We shared a ferry ride back over to Eleuthera with "Mezzaluna" and "Cheers" and a taxi to their dinghies, which they had taken instead of a ferry as we did. They gave us a ride back to Spanish Wells. From the back seat of the taxi, Katie asked Ida to ask our taxi driver, Amos, how much it would be to take us on a detour to Preacher's Cave (we had learned about this place at the museum the day before). The price he quoted sounded worth it to all of us, so off we went.
Amos turned out to be a great tour guide!
Preacher's Cave is the place where the survivors of a 1648 ship that wrecked on the Devil's Backbone lived for a couple of years before they were able to settle the area. These people were from England by way of Bermuda seeking religious freedom. They were the first inhabitants of Eleuthera since the Spanish wiped out the original natives, the Lucayans, in the 1500s and the ancestors of the people now living in Spanish Wells--interesting stuff! The cave was impressive and inspired my imagination. It reminded me of scenes in which you might find Ayla in Jean M. Aul's books.
After the Preacher's Cave, Amos dropped us off right at the shore where the dinghies were safe and sound. We got back to Nancy Lu right at dark. We were tired, but it was a nice day of sightseeing and visiting with new friends!
I'm sitting in the cockpit this Sunday afternoon listening to the Christian station on Sirius XM as I write this, enjoying the sun, scenery and cooler temperatures since the cold front that came through last night. It's about 67 degrees at the moment. We are on a mooring in the harbor off of Spanish Wells, the pretty little town on St. George's Cay, which is off the north end of the bigger island of Eleuthera. We came here to be well protected from the north/northwest in anticipation of the gale force winds that were predicted to accompany the cold front. We weathered the front just fine and were happy with our choice of places to take cover.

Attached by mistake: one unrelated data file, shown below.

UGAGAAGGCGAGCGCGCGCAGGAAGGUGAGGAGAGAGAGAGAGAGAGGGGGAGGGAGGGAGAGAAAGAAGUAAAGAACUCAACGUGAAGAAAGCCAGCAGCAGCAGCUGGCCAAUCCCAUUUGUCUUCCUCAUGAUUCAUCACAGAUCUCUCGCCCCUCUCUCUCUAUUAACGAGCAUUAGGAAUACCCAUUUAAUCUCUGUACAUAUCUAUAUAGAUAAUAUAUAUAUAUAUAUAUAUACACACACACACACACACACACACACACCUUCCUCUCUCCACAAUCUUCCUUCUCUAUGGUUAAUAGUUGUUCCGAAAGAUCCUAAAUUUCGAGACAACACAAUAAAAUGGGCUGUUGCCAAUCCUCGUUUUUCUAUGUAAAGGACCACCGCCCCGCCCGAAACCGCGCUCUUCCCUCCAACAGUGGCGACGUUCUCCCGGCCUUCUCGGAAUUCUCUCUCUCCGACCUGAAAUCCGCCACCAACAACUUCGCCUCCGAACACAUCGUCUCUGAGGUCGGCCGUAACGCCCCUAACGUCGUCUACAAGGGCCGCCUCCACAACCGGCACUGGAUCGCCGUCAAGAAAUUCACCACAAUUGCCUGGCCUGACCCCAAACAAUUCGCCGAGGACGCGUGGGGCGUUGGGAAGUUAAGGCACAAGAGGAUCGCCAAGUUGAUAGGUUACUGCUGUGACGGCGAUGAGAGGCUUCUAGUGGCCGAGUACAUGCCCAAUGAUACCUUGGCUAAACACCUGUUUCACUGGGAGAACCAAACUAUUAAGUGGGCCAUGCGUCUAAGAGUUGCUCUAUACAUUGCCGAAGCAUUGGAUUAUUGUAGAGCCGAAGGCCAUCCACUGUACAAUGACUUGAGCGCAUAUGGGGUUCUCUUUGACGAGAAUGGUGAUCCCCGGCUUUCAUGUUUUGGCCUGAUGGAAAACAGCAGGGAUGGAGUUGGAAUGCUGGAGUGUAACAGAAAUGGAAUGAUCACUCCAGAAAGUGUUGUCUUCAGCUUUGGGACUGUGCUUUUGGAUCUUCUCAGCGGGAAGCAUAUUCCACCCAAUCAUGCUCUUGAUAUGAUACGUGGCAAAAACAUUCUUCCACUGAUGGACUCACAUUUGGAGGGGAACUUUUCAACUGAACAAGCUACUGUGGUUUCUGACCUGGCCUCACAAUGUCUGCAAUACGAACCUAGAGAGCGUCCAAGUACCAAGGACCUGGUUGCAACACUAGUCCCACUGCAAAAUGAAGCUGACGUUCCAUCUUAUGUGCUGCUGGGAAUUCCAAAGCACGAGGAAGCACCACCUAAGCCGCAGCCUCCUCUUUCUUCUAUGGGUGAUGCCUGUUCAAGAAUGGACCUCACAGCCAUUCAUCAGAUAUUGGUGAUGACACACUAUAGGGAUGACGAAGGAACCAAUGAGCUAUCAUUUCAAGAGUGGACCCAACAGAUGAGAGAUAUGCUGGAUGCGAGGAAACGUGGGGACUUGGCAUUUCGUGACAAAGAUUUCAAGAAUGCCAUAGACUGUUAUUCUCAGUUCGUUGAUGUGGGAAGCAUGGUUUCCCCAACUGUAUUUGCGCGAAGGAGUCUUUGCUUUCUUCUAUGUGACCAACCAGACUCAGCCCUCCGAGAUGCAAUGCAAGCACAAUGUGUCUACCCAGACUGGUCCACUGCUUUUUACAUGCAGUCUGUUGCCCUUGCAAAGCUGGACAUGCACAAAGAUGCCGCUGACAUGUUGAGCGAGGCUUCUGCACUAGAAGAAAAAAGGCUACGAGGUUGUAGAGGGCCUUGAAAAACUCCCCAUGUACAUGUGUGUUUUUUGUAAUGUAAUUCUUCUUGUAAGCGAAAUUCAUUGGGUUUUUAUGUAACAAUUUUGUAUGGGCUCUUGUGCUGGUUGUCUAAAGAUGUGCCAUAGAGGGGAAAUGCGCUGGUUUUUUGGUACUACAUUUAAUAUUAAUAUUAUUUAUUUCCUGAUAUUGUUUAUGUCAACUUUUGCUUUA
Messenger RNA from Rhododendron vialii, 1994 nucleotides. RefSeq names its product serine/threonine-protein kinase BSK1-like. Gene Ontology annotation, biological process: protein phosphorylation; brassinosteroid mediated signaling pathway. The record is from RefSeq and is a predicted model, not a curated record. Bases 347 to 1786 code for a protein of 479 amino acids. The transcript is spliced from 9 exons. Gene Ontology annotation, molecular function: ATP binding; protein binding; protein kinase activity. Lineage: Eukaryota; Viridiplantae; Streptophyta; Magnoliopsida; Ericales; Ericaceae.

It's been so long since my last entry that I'm going to do 4 separate entries at this one sitting. It makes it easier on Mark, who does the actual posting, to do it this way. This is our first access to internet in a while, and we won't have it again for a while so here goes the 4 in 1 entry...
We had a nice time on Bimini and met a lot of other boats checking into customs here. We've been running into different ones of them at different places since then. I'm glad we checked in here because we didn't visit this island last year, and I've wanted to come here ever since I saw all the beautiful shells that our friend, Marianne, got here last year. She also told us about all of the sea glass that was to be found here. She was right! I've noticed from our exploration of these islands last year and this year that each beach seems to be abundant in a certain kind of shell. Bimini's signature beach treasure is definitely sea glass!